February 22, 2016
Movie Monday: The Witch: A New England Folktale
The Alamo Drafthouse has been pushing The Witch hard, and The A.V. Club gave it a fantastic B-grade review. Given that I've enjoyed other recently hyped horror movies such as The Babadook, I decided to give it a try.
Writer and director Robert Eggers put quite a bit of research into this project. The Witch uses dialogue that often comes from diaries, court records, and other primary documents. I didn't find this hard to follow, but I've read many texts from the time they were sourcing from. There were times I wished for the characters to enunciate more, mostly in times of great emotion.
The Witch won a directing award at Sundance, and I can see why. This is Robert Eggers' first film, but it looks beautiful and uses sound compellingly. The seventeenth-century costumes are fantastic, and the natural light bathes everything beautifully. I sometimes found that the score veering into cliche horror strings, but the use of silence was more sophisticated. Many shots are done from a distance, which really expresses the isolation of the main family in a simple visual way.
William, his wife, and their children are banished from the plantation because of his refusal to stop preaching the Gospels as he sees them. Winter is coming to their isolated farm, and it doesn't look good. Their corn crop is failing, for one. Worse, the baby son was stolen away while eldest sister Thomasin (Anya Taylor-Joy) played with him. Things start going even more wrong from their, and each member of the family begins to accuse other members of being behind the curse.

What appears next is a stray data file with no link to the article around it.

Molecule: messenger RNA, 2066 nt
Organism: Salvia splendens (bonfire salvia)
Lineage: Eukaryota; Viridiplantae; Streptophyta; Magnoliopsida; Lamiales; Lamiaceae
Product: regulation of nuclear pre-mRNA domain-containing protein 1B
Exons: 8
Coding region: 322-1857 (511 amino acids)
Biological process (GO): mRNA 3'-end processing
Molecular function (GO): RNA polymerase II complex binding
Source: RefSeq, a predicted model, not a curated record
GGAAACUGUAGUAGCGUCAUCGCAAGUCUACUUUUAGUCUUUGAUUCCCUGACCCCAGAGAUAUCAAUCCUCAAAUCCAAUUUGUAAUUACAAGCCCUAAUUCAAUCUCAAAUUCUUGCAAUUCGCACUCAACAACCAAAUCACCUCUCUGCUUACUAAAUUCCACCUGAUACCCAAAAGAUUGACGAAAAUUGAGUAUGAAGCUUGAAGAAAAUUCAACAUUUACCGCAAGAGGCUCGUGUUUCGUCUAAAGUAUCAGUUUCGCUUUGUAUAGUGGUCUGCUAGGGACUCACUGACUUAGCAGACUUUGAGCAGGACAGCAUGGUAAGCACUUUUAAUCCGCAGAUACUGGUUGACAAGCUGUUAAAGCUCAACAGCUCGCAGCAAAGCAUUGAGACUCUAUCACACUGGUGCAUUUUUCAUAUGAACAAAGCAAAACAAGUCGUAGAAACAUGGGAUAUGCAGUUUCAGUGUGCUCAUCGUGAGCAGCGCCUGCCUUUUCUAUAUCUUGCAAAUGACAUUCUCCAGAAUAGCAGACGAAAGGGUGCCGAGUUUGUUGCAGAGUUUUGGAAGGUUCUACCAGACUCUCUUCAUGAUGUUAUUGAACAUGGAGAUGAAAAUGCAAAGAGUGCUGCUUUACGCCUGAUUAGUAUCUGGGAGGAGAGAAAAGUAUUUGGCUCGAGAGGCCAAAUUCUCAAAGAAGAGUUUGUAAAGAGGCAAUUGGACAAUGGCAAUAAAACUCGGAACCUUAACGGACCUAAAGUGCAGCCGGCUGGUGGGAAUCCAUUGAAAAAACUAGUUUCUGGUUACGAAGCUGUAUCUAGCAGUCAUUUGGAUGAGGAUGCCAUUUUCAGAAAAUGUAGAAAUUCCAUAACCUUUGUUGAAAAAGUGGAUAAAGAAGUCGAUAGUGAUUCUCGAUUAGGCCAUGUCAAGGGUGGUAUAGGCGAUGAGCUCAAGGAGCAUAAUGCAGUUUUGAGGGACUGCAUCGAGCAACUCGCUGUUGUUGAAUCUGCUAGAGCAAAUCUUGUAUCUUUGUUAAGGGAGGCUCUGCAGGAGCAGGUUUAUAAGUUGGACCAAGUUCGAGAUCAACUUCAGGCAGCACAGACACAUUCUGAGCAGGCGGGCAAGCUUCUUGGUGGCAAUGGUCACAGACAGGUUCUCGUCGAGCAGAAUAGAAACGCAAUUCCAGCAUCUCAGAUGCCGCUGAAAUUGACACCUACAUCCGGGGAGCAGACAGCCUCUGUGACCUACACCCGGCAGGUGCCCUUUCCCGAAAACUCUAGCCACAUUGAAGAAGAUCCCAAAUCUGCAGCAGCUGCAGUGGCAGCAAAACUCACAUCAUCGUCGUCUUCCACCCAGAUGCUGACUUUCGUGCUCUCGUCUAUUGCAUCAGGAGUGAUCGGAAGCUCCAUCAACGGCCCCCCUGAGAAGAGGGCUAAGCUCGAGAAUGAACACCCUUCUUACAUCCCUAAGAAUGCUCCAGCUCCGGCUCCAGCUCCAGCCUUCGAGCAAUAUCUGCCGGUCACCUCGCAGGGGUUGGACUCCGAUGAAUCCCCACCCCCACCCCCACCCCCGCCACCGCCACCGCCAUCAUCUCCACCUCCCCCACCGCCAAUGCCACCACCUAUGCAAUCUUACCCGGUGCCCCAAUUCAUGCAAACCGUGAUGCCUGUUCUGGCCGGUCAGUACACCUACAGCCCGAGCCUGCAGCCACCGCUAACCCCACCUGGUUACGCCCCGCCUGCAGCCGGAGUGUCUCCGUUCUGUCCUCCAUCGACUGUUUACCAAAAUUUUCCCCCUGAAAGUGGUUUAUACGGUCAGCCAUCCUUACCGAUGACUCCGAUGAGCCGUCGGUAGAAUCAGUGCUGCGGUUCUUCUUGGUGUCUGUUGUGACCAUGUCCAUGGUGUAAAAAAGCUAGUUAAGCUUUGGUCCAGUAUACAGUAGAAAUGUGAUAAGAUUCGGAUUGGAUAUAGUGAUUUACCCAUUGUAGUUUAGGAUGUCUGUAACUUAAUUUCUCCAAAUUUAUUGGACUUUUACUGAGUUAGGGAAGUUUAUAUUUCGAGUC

The acting is on par with the direction. Taylor-Joy is fantastic, with her wide, expressive eyes. Many key points of the movie are shot with her face in close-up, just reacting. I fully expect to see her showing up in many more roles. Harvey Scrimshaw does a fine job as the eldest brother Caleb, too. Both of them do a good job of portraying their uneasiness with the situation. The younger children playing the twins also do well enough.
At the same time, I found The Witch mostly boring. The witch is shown very early in the movie, which removes any suspense about the cause of the events on the farm. It also takes a long time for the story to kick into gear. Then, the ultimate ending simply didn't work for me. The Witch is a film with a psychological level, but it just fell apart at the end. The character's final choice was wonderfully acted and shot in a beautiful way, but the film failed to make me believe the choice.
I think Eggers' has talent, but hope his second story lives up to his direction.